Ex-NBTY board member settles SEC insider trading case over Carlyle buyout
NEW YORK (Reuters) - A former NBTY Inc director and four co-defendants have agreed to pay more than $500,000 to settle charges that they used illegal tips to trade in the vitamin maker's stock before it was acquired by Carlyle Group LP for $4 billion in 2010.
The deal resolves allegations brought by the U.S. Securities and Exchange Commission that Glenn Cohen, a former NBTY board member, learned that Carlyle was in negotiations to buy the company and shared the information with his brothers and a brother's girlfriend.
The five defendants reaped $175,000 in illicit profits as a result of insider trading, according to the SEC.
Besides Glenn Cohen, the SEC sued his brothers, Craig, Marc and Steven, as well as Laurie Topal.
The defendants did not admit or deny wrongdoing as part of the settlement, which still requires approval from U.S. District Judge John Keenan in Manhattan federal court.
Robert Knuts, a lawyer for Glenn Cohen, did not immediately comment on the settlement. Jeffrey Plotkin, a lawyer for Steven Cohen, and Michael Considine, a lawyer for Craig Cohen, both said their clients were pleased to have the matter resolved.
David Gourevitch, a lawyer for Topal, declined to comment, while Steven Feldman, a lawyer for Marc Cohen, did not immediately respond to a call for comment.
According to the SEC's complaint, Glenn Cohen learned of the potential Carlyle deal during a board meeting on May 21, 2010, and tipped off his brothers. The brothers and Topal then acquired NBTY stock in a series of trades over the next few weeks. They sold their shares in July after the deal's announcement sent the stock price up more than 40 percent, according to the regulator.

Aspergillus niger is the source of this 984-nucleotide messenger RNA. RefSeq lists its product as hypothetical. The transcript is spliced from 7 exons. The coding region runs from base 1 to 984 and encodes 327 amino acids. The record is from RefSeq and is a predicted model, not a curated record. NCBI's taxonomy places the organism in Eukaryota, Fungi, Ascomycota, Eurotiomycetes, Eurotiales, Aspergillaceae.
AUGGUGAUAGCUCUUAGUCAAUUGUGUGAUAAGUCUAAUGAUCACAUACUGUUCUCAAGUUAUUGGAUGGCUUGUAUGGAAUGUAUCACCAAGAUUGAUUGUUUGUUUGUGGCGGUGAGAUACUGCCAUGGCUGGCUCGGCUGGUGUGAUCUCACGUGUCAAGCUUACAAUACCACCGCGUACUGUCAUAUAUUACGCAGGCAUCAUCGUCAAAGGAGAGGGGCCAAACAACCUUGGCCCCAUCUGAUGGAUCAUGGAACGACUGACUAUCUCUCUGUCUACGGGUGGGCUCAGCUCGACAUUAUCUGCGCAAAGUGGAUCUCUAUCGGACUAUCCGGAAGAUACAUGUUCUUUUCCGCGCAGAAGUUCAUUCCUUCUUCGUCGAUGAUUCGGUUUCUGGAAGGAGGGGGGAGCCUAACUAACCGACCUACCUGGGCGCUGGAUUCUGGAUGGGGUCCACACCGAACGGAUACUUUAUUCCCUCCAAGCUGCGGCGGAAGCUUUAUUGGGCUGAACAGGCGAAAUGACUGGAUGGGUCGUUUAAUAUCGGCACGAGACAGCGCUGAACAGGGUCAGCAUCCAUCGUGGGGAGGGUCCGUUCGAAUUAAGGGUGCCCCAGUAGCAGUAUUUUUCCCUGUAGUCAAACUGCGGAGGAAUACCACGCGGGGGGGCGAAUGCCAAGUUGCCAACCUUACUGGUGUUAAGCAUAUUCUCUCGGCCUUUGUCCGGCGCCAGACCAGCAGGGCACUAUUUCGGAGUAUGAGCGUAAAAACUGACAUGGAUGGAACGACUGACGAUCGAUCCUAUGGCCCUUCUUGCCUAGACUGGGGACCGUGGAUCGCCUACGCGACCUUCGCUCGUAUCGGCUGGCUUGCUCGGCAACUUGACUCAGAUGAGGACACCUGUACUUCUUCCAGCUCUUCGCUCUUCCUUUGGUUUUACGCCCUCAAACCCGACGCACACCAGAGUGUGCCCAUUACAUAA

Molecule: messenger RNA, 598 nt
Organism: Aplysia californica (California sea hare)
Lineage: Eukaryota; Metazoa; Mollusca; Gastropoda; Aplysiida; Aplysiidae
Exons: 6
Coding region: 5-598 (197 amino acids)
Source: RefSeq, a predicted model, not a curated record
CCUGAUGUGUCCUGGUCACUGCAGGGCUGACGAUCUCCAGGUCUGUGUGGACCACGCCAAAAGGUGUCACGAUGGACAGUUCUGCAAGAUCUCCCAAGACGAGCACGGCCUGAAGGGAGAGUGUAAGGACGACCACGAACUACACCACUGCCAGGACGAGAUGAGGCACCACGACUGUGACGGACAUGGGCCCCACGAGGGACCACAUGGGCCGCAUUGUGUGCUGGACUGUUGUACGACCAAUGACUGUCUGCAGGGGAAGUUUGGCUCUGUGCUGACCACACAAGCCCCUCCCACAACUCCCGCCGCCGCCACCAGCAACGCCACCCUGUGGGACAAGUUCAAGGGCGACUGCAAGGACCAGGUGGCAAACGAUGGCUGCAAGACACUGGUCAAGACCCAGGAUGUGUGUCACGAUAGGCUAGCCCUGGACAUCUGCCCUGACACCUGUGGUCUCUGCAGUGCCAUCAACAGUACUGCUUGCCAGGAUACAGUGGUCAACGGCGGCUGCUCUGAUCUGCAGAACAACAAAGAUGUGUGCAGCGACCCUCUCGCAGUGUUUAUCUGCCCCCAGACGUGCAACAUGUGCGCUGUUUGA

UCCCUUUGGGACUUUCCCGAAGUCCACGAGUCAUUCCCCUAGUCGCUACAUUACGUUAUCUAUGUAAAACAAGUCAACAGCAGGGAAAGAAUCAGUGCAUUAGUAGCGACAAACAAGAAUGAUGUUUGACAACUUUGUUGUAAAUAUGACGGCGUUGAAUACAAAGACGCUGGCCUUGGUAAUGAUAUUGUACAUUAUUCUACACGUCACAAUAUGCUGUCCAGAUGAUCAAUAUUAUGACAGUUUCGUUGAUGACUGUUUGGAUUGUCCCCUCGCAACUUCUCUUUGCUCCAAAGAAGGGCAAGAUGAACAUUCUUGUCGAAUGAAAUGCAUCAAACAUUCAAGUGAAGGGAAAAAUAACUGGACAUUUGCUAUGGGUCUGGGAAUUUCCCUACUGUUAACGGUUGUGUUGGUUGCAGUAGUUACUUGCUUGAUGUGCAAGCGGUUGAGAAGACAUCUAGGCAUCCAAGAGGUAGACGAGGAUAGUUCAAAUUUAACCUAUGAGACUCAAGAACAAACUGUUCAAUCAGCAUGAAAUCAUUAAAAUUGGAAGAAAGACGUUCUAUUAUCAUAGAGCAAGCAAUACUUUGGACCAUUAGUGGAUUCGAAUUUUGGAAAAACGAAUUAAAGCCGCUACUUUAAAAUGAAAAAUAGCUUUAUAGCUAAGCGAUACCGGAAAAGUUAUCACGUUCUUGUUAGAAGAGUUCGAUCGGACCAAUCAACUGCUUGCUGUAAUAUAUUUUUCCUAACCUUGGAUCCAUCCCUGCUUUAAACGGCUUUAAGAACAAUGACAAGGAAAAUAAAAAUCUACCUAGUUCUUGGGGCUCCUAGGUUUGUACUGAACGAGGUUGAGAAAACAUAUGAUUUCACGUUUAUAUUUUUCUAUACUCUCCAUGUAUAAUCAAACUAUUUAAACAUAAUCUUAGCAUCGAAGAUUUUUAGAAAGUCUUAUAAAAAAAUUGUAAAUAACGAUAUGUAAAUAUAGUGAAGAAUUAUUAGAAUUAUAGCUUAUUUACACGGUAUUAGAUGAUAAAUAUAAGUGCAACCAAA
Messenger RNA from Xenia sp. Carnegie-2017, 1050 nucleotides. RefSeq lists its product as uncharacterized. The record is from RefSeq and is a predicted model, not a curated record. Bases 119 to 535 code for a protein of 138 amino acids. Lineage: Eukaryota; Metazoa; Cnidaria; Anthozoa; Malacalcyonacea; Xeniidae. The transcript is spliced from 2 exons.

"As a board member at NBTY for more than 20 years, Glenn Cohen knew the importance of maintaining the confidentiality of company information," Amelia Cottrell, an associate director in the SEC's New York office, said in a statement. "Unfortunately, when presented with exclusive details about an impending sale, he breached his duty to NBTY shareholders in order to enrich his own family members."
The defendant Steven Cohen is not the same person as the hedge fund manager with the same name who runs Point72 Asset Management, formerly known as SAC Capital Advisors.
The case is Securities and Exchange Commission v. Cohen et al., U.S. District Court for the Southern District of New York, No. 14-3655.
(Reporting by Joseph Ax; Editing by Lisa Von Ahn)